What if you held an auction, and no one came?
- Microsoft buys back $3.8B of shares, shifts remainder
- Microsoft Boosts Buyback Plan
- Microsoft Changes Tactic in $40B Buyback
First, a mea culpa. I speculated previously that MSFT would have done their homework to ensure that the requisite number of shares could be secured - rather than look foolish. Apparently, I was wrong. As such, I further anticipated that the stock would drop on completion of the tender - but it's gone up now that the tender failed. The theory, supposedly, is that MSFT will be forced to buy the remaining shares on the open market (and quickly) in order to still make their revised EPS guidance for the year. I guess that's possible, although I really don't think MSFT would have any qualms about simply ratcheting guidance back down in the wake of the failed tender. BTW, for market manipulation theorists, take a look at yesterday's intraday action:
I guess that was just a coincidence? :-) Needless to say, the MSFT market maker in New York will be getting his bonus this month - and of course a few recently-ex MSFT shareholders won't be feeling too happy about their choice.
So what now? Personally, I see the Dutch auction as having been a manipulation plain and simple. Long-term best interests of shareholders would have been served by MSFT acquiring the most shares at the lowest price. That was already a suspect result of the auction (see my previous post on that topic), and clearly won't happen now that it has failed to secure the desired shares and the stock has been bumped still higher as a result. So the auction seems to have served no particular purpose other than to goose the stock price short-term - and management denies even being focused on the stock versus trying to manipulate it day to day. Um...right. Don't get me wrong, as stated, if the choice is between hoarding excessive levels of cash versus buying back shares, I'm all for share buybacks. I'd simply prefer that those buybacks be about reducing shares outstanding and not manipulating short-term prices. Briefing.com, who I generally respect, sees it differently:
When Microsoft made the Dutch Auction announcement, its stock was at $22.85. The fact that only 155 million shares were tendered, when Microsoft was willing to pay between $22.50 and $24.75 per share, stands out really as a vote of confidence that investors believe greater upside lies ahead for the stock. Additionally, the Board's willingness to commit the $16.2 billion to the traditional repurchase program sends a strong signal that it sees plenty of value in the stock as well.
Critics no doubt will decry the buyback news as being a sign of Microsoft's poor growth prospects. It makes sense, though, for Microsoft to do this because (a) any large acquisition it might consider will bring down antitrust heat and (b) it has the capability to do it with its tremendous cash flow. Rather than leaving shareholders' cash in the bank, Microsoft is doing the right thing in returning it to them with the buyback, not to mention through increased dividend payments.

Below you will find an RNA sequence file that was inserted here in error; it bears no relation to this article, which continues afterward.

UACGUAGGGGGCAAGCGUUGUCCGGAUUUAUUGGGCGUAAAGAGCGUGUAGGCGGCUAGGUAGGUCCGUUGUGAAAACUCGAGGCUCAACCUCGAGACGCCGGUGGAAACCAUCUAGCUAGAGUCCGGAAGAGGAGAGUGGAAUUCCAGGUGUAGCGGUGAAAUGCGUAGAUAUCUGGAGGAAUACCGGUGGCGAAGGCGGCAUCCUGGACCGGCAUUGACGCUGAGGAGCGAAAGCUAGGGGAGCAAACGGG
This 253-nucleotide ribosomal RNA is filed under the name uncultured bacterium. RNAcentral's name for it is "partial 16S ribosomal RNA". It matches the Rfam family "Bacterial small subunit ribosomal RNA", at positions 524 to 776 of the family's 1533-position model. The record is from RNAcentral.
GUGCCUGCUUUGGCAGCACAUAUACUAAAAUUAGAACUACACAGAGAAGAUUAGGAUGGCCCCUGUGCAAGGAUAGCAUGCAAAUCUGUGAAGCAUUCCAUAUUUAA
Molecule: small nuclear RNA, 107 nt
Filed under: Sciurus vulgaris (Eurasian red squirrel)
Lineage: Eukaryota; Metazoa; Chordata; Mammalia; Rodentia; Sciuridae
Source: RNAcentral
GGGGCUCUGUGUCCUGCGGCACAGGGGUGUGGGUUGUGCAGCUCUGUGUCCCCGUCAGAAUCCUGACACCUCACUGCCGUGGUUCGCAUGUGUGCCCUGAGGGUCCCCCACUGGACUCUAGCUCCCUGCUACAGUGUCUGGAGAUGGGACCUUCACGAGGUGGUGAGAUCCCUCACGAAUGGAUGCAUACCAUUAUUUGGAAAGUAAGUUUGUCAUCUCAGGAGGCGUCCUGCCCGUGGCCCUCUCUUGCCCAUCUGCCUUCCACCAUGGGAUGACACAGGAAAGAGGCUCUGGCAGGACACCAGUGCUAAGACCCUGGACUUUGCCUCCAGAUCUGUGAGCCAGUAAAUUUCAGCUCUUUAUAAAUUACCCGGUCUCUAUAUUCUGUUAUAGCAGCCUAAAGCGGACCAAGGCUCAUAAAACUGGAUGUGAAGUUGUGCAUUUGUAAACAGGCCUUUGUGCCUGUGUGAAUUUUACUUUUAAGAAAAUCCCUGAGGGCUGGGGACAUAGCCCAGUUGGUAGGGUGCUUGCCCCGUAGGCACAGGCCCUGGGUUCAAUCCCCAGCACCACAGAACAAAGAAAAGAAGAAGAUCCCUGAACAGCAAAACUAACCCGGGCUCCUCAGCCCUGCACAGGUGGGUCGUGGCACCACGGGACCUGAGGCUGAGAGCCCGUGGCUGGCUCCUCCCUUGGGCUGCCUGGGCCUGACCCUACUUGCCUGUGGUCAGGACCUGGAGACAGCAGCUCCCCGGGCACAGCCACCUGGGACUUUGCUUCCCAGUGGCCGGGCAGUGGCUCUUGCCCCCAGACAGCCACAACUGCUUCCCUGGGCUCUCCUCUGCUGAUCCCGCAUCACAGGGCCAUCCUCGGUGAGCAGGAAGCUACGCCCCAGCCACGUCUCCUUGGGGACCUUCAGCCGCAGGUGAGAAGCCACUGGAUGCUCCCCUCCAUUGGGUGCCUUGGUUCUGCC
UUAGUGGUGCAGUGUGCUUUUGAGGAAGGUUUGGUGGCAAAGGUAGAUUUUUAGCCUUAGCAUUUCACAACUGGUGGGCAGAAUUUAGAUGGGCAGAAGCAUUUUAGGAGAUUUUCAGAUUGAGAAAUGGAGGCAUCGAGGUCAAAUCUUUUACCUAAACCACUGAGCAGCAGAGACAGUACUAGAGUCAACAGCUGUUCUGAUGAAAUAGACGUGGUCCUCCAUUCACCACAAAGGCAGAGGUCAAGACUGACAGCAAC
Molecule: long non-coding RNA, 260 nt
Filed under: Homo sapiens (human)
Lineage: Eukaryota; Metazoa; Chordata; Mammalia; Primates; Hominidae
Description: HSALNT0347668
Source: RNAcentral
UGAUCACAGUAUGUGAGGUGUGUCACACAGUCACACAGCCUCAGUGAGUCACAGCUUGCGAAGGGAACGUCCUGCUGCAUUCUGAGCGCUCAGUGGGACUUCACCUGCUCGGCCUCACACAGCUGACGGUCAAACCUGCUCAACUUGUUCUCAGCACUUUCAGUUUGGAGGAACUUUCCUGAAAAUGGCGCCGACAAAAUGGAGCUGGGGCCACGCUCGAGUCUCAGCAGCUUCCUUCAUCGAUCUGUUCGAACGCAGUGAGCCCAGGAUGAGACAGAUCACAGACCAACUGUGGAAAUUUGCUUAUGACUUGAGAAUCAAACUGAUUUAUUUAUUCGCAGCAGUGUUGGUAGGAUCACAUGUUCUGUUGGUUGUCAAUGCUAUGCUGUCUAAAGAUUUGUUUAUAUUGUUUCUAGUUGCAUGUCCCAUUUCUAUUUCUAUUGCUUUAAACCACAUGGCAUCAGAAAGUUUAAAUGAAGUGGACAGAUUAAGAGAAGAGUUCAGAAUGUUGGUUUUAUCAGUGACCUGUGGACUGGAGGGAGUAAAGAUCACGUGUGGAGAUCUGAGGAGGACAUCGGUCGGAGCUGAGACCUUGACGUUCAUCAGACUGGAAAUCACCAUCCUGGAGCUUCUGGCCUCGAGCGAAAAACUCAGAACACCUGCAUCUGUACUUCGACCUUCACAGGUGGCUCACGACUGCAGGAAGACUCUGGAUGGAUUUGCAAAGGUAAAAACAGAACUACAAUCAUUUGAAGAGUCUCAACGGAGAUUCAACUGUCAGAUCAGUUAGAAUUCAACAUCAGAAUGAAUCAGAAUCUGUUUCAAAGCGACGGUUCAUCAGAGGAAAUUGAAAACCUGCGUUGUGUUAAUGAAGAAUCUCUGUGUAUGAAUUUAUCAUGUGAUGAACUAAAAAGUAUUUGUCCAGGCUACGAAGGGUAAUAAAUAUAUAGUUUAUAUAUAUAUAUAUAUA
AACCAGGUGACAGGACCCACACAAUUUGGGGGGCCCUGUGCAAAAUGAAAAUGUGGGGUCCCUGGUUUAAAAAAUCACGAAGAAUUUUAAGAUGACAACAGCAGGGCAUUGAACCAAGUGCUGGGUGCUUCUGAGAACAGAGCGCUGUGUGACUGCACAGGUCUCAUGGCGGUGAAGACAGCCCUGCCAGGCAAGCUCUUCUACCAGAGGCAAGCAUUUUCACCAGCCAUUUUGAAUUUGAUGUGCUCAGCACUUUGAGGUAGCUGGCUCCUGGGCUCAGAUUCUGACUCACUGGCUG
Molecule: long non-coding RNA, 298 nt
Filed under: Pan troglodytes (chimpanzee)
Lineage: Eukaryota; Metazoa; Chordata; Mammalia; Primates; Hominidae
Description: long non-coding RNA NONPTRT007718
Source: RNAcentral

I agree that the tender result suggests that most shareholders see greater upside than $24.75 (Duh!), though I'm not sure I'd call that a "vote of confidence" per se - it's more like a refusal to capitulate. I'm also not sure that the buyback says much about the Board's assessment of value. They might believe that there's "plenty of value", or they may simply recognize that given the stock's miserable performance and ongoing massive dilution via insider compensation, they can either keep hoarding excessive cash, further dilute the stock, and risk getting thrown out by shareholders (along with the management team), or do buybacks. And of course there were alternatives to the Dutch auction including increasing the regular buyback - like say when the stock was back in the low $20's. Bottom line, to the extent that the buybacks are real, immediate and/or front-end loaded, I'm prepared to accept that the Board and management might see value. But buybacks on extended timelines that get totally erased by ongoing dilution (like most of the $50B+ over the past 5 years), or failed auction stunts, don't say much at all - well, that's positive at least. Oh, and some insider buying - versus leading the entire market in insider selling - might also demonstrate that the "we see tremendous value" party line is more than simply lip-service.